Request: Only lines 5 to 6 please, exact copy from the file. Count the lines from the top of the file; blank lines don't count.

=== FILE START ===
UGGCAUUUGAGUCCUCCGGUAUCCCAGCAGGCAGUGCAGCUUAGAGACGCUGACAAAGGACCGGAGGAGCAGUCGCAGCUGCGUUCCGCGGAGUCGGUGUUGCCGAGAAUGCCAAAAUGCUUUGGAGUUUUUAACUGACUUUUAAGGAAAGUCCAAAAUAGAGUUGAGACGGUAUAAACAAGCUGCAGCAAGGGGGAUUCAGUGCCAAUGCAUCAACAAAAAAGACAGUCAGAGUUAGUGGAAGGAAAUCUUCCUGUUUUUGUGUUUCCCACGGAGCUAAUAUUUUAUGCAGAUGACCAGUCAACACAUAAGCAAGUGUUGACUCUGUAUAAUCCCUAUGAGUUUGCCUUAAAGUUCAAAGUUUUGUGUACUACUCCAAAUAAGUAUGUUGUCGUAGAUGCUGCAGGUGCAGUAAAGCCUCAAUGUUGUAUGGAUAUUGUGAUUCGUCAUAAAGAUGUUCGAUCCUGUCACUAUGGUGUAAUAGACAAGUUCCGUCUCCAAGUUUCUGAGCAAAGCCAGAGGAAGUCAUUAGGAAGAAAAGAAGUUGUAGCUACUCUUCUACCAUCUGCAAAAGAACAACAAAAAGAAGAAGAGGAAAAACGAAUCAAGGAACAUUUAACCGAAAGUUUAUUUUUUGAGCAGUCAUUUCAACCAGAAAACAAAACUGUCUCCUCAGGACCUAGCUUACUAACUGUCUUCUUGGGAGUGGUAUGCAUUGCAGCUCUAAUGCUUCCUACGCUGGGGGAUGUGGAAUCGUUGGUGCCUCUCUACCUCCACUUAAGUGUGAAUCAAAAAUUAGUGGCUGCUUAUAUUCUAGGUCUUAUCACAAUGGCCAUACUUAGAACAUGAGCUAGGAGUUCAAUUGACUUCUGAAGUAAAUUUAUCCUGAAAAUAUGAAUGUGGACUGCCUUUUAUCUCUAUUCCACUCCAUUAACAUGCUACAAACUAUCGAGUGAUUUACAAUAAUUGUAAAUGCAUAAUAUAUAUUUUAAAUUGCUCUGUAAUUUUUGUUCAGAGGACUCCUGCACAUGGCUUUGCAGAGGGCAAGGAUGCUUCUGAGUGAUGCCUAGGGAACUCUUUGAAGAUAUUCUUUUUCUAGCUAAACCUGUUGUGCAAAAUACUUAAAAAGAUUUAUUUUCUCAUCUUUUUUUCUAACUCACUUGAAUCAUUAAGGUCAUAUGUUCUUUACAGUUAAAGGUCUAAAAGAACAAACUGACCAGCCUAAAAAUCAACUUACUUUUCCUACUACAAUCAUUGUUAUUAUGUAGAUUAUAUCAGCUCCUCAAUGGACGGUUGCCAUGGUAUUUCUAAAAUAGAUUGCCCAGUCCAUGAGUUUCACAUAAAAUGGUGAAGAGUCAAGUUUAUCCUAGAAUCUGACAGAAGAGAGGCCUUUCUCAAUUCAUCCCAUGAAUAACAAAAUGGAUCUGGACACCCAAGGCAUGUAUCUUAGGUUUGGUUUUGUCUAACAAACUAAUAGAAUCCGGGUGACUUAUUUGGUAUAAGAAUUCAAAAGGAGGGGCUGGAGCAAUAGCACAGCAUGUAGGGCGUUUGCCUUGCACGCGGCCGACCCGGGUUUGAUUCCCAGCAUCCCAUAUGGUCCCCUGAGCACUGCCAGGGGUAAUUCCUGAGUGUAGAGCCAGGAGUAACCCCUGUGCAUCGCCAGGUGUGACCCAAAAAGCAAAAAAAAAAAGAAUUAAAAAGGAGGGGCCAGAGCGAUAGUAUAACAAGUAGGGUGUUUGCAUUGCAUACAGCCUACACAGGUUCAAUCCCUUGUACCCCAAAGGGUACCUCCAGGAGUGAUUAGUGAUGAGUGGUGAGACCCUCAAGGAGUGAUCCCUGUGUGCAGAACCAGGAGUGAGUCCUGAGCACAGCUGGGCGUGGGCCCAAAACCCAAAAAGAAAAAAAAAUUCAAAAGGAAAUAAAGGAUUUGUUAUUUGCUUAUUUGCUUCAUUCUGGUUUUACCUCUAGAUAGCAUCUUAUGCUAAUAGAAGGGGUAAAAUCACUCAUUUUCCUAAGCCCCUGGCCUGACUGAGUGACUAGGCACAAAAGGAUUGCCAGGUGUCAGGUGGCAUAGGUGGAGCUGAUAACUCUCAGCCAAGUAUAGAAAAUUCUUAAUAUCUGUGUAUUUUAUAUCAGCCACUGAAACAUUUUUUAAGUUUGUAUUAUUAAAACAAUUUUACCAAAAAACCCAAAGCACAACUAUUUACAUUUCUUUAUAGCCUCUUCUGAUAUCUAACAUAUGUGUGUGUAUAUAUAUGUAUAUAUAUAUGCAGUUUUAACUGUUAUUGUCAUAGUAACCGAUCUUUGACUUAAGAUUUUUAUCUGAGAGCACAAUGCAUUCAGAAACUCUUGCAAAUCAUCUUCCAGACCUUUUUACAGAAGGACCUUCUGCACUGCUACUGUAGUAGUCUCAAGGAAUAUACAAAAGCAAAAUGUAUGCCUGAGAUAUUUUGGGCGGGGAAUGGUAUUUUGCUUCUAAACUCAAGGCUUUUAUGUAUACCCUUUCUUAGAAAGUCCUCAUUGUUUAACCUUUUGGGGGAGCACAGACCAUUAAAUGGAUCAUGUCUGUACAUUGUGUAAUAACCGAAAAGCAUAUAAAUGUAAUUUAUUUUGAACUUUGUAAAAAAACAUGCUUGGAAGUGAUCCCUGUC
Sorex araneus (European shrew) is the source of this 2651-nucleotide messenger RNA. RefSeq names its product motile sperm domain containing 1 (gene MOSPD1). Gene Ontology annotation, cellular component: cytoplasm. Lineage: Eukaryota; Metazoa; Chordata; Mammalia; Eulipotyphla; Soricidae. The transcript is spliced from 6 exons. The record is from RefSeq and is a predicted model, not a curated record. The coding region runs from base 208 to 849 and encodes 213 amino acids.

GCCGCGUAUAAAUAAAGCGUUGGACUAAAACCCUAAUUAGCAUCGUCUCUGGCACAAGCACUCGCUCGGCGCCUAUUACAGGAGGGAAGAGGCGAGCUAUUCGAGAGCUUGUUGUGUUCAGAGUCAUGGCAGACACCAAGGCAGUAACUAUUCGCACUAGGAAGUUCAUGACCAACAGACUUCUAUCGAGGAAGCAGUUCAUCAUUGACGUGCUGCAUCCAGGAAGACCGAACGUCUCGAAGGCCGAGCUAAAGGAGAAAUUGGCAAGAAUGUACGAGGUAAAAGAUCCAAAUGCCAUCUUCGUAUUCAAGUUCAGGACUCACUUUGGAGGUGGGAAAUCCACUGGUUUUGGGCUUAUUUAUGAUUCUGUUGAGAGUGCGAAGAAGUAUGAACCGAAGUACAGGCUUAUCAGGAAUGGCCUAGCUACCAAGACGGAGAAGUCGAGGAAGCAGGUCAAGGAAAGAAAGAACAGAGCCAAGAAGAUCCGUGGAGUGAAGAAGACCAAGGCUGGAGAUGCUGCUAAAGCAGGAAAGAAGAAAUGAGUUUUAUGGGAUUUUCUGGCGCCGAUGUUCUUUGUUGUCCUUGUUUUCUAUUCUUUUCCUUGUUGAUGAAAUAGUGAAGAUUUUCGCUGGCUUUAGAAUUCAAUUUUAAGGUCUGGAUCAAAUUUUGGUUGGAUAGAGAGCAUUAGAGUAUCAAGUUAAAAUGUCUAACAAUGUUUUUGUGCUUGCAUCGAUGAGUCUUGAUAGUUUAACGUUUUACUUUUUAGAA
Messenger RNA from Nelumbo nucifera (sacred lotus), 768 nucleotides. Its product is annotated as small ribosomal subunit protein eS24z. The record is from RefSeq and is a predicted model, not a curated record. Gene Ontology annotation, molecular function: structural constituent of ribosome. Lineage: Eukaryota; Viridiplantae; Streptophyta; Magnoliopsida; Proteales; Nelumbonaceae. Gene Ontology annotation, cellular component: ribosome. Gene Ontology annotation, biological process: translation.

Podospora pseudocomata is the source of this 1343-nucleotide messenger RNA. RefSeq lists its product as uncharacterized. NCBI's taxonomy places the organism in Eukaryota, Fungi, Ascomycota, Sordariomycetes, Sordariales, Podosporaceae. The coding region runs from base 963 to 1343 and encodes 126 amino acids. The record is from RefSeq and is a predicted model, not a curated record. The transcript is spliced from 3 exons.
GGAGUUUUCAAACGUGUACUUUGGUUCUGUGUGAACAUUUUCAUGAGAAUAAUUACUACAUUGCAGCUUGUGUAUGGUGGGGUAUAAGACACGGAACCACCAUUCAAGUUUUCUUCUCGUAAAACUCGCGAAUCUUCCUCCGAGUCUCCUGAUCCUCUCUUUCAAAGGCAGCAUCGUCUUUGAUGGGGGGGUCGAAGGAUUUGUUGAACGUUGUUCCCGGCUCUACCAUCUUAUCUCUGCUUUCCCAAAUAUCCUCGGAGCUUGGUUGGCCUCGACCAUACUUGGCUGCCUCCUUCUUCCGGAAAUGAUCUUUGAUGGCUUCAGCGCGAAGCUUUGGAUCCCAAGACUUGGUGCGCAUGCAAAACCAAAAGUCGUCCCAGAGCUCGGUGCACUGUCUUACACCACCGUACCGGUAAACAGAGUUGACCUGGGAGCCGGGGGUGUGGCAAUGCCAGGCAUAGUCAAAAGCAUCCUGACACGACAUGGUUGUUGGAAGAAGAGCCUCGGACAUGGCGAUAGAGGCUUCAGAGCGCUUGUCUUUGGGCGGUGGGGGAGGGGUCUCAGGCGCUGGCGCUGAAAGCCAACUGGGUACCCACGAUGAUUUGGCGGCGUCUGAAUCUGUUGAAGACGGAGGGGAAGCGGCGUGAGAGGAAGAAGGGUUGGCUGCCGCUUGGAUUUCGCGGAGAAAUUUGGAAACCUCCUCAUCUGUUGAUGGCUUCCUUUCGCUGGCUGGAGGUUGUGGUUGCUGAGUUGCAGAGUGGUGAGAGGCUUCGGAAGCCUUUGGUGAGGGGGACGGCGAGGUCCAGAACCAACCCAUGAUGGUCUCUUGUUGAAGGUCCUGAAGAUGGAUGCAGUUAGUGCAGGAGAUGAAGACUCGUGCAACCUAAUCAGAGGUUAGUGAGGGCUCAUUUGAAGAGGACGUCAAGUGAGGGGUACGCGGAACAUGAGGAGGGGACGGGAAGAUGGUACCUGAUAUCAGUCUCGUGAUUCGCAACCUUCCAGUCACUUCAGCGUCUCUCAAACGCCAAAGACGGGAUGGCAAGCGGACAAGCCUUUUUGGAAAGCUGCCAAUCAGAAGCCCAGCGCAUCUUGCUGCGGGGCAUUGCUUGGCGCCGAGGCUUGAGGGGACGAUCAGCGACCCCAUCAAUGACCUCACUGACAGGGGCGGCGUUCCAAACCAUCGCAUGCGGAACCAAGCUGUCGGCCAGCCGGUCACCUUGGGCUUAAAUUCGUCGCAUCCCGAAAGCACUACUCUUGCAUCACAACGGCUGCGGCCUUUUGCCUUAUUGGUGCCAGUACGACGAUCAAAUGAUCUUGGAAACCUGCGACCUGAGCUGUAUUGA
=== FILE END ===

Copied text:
Podospora pseudocomata is the source of this 1343-nucleotide messenger RNA. RefSeq lists its product as uncharacterized. NCBI's taxonomy places the organism in Eukaryota, Fungi, Ascomycota, Sordariomycetes, Sordariales, Podosporaceae. The coding region runs from base 963 to 1343 and encodes 126 amino acids. The record is from RefSeq and is a predicted model, not a curated record. The transcript is spliced from 3 exons.
GGAGUUUUCAAACGUGUACUUUGGUUCUGUGUGAACAUUUUCAUGAGAAUAAUUACUACAUUGCAGCUUGUGUAUGGUGGGGUAUAAGACACGGAACCACCAUUCAAGUUUUCUUCUCGUAAAACUCGCGAAUCUUCCUCCGAGUCUCCUGAUCCUCUCUUUCAAAGGCAGCAUCGUCUUUGAUGGGGGGGUCGAAGGAUUUGUUGAACGUUGUUCCCGGCUCUACCAUCUUAUCUCUGCUUUCCCAAAUAUCCUCGGAGCUUGGUUGGCCUCGACCAUACUUGGCUGCCUCCUUCUUCCGGAAAUGAUCUUUGAUGGCUUCAGCGCGAAGCUUUGGAUCCCAAGACUUGGUGCGCAUGCAAAACCAAAAGUCGUCCCAGAGCUCGGUGCACUGUCUUACACCACCGUACCGGUAAACAGAGUUGACCUGGGAGCCGGGGGUGUGGCAAUGCCAGGCAUAGUCAAAAGCAUCCUGACACGACAUGGUUGUUGGAAGAAGAGCCUCGGACAUGGCGAUAGAGGCUUCAGAGCGCUUGUCUUUGGGCGGUGGGGGAGGGGUCUCAGGCGCUGGCGCUGAAAGCCAACUGGGUACCCACGAUGAUUUGGCGGCGUCUGAAUCUGUUGAAGACGGAGGGGAAGCGGCGUGAGAGGAAGAAGGGUUGGCUGCCGCUUGGAUUUCGCGGAGAAAUUUGGAAACCUCCUCAUCUGUUGAUGGCUUCCUUUCGCUGGCUGGAGGUUGUGGUUGCUGAGUUGCAGAGUGGUGAGAGGCUUCGGAAGCCUUUGGUGAGGGGGACGGCGAGGUCCAGAACCAACCCAUGAUGGUCUCUUGUUGAAGGUCCUGAAGAUGGAUGCAGUUAGUGCAGGAGAUGAAGACUCGUGCAACCUAAUCAGAGGUUAGUGAGGGCUCAUUUGAAGAGGACGUCAAGUGAGGGGUACGCGGAACAUGAGGAGGGGACGGGAAGAUGGUACCUGAUAUCAGUCUCGUGAUUCGCAACCUUCCAGUCACUUCAGCGUCUCUCAAACGCCAAAGACGGGAUGGCAAGCGGACAAGCCUUUUUGGAAAGCUGCCAAUCAGAAGCCCAGCGCAUCUUGCUGCGGGGCAUUGCUUGGCGCCGAGGCUUGAGGGGACGAUCAGCGACCCCAUCAAUGACCUCACUGACAGGGGCGGCGUUCCAAACCAUCGCAUGCGGAACCAAGCUGUCGGCCAGCCGGUCACCUUGGGCUUAAAUUCGUCGCAUCCCGAAAGCACUACUCUUGCAUCACAACGGCUGCGGCCUUUUGCCUUAUUGGUGCCAGUACGACGAUCAAAUGAUCUUGGAAACCUGCGACCUGAGCUGUAUUGA